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Forge welding is an old technique that involves connecting pieces of metal using heat and force. The metal is generally heated with fire and the force is typically applied by hammering, but there are other methods. Forge welding is considered a core technique. It is still taught and used, but it is commonly replaced with more modern welding techniques.
Forge welding is generally not considered difficult but can be dangerous. Some methods are complex and may require good concentration, memory, and safety skills. It is also beneficial to know the characteristics of the metal that is being welded and the heat source that is being used.
Thicker pieces of metal are typically easier to forge. This is because thin pieces may bow when heated, resulting in pockets that appear as bubbles on the surface. Thicker pieces of metal also tend to retain heat longer. Pieces that are chosen should typically be free of oxides and contaminants before welding begins.
A flux is generally applied after the metal has been heated but before it reaches its welding heat. Flux is a substance that melts and creates a coating that prevents oxidation. Borax is a common flux, but may not be suitable for all materials. If the metal oxidizes, the result is generally a poor quality forge.
The source of pressure varies depending on the welder’s preference and technique. Some use hand hammers, while others use power hammers. Still others may use a press. Regardless of which pressure tool is used, forge welders often get burned.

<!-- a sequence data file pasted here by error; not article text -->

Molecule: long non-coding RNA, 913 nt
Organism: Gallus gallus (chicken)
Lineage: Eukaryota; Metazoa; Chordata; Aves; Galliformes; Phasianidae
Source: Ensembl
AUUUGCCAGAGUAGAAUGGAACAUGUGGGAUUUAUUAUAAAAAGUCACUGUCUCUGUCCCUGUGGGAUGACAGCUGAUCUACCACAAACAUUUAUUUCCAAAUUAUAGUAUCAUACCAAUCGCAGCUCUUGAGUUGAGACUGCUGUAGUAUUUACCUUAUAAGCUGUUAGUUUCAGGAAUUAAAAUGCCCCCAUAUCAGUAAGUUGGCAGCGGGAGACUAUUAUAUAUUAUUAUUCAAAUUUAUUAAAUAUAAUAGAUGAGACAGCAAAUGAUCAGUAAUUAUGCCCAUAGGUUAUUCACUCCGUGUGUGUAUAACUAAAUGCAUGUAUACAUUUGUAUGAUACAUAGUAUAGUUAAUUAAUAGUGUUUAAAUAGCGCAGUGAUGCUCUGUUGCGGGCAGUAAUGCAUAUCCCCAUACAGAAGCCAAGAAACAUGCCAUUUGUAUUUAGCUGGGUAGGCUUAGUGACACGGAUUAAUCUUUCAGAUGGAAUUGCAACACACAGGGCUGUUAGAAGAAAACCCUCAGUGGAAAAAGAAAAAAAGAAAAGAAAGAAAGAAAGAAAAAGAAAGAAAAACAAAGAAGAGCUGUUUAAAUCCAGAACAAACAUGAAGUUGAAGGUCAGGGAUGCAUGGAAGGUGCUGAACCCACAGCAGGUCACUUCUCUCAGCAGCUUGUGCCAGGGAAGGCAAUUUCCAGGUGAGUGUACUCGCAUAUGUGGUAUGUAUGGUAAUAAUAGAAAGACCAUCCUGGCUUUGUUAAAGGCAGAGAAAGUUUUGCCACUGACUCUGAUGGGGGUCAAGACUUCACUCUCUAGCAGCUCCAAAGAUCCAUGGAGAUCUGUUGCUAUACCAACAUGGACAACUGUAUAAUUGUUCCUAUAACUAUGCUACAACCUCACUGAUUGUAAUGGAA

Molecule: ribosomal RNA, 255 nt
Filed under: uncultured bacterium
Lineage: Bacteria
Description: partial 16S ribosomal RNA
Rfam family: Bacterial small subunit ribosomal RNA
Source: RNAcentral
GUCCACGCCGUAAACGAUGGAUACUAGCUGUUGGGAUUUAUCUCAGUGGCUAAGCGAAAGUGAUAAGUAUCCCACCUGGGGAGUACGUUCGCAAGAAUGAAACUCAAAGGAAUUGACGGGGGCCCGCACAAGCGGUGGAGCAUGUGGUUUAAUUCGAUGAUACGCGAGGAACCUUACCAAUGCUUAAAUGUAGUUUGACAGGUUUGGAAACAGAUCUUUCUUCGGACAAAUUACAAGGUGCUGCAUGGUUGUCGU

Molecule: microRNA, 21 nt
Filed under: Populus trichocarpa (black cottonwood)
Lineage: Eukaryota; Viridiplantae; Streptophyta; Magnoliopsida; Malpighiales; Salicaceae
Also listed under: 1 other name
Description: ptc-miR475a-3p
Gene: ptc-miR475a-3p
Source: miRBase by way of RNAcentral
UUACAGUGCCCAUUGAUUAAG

In many cases, knowledge and experience are the only ways to tell when metal is hot enough to be forged. It is also important in preventing metals from getting too hot. Different metals weld at different temperatures. It is estimated that these temperatures range between 50 to 90 percent of a metal’s melting temperature.
This process works because when metal is heated to a certain degree, changes occur in the molecules. When pressure is applied, elements from one piece of metal can cross to the other piece. The result of this exchange is a bond. Forge welding can be done with similar or different metals. When different metals are used, the welded product is generally stronger than either of the metals individually.
When the process is successful, there should be no cracks or spaces between the layers. This is true even when several layers are welded together. The forged materials should appear to be one solid item.
But what is happening that makes it weld?
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